Psychosocial Development

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Psychosocial Development

By | May 2011
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Psychosocial Development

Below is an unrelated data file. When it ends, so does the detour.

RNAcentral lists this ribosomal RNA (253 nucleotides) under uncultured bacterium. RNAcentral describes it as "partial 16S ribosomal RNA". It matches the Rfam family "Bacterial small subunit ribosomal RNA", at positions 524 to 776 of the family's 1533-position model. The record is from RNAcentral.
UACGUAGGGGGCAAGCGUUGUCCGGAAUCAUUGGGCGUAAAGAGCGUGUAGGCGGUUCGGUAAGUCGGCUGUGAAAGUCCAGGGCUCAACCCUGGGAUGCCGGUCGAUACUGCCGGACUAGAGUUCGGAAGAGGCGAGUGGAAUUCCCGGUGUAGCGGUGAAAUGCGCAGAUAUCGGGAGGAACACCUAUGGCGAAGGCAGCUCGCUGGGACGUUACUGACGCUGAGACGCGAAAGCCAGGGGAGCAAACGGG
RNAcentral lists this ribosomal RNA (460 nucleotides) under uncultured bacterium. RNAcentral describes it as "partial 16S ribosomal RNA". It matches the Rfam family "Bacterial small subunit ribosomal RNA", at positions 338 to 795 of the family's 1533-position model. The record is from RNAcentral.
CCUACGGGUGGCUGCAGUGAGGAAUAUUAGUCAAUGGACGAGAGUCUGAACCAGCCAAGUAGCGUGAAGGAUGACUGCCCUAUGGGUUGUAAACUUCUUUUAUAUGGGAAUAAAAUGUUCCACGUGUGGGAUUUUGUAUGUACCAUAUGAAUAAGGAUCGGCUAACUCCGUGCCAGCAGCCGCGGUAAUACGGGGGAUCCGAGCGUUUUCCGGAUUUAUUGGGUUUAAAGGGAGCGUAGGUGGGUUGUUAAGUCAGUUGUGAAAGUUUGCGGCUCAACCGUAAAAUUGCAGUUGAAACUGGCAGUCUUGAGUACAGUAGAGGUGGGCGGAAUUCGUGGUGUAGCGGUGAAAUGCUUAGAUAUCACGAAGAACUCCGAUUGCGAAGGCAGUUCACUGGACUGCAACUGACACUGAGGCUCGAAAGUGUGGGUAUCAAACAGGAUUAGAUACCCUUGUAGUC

Human beings are the most complex species of individuals created by nature. Many doctors, scientists, and psychologists have devoted life long efforts to researching humans and how we develop. Areas of research include physical, mental, and psychological development. There are several theories regarding psychological development, however, one popular theory that I would like to put at the center of attention is psychosocial development. Psychosocial development is a belief expressed by Eric Erikson which involves human development over a course of eight stages. Erickson believed that each stage builds upon the successful completion of the previous stages. Human development relies on human needs being fulfilled. Human development can not occur unless developmental needs are met. In psychosocial development, Ericson presents us with eight stages over the course of a lifetime, which begins at birth and ends with old age. Each stages represent developmental points in an individual’s life. Development proceeds in stages, each characterized by a crisis, a psychosocial challenge that presents opportunities for development. Initially, when a child is born until about one year of age, the child is in the Trust vs. Mistrust stage. In this stage the infant learns to trust those that are caring and nurturing to them and distrust individuals that may mistreat them. According to Erickson’s theory, my one year old son has recently passed stage one of psychosocial development. During stage one I earned my child’s trust by nurturing and loving him. At age one my son could not vocally express his trust for me, but I could determine the trust bond by the coos, smiles, overall happy expression of my son while in his presence. Stage two of Erickson’s life span stages is Autonomy vs. Shame. This occurs at approximately ages one to three. In this stage, autonomy develops when children use their psychomotor skills to explore the world. At age 22 months, my...

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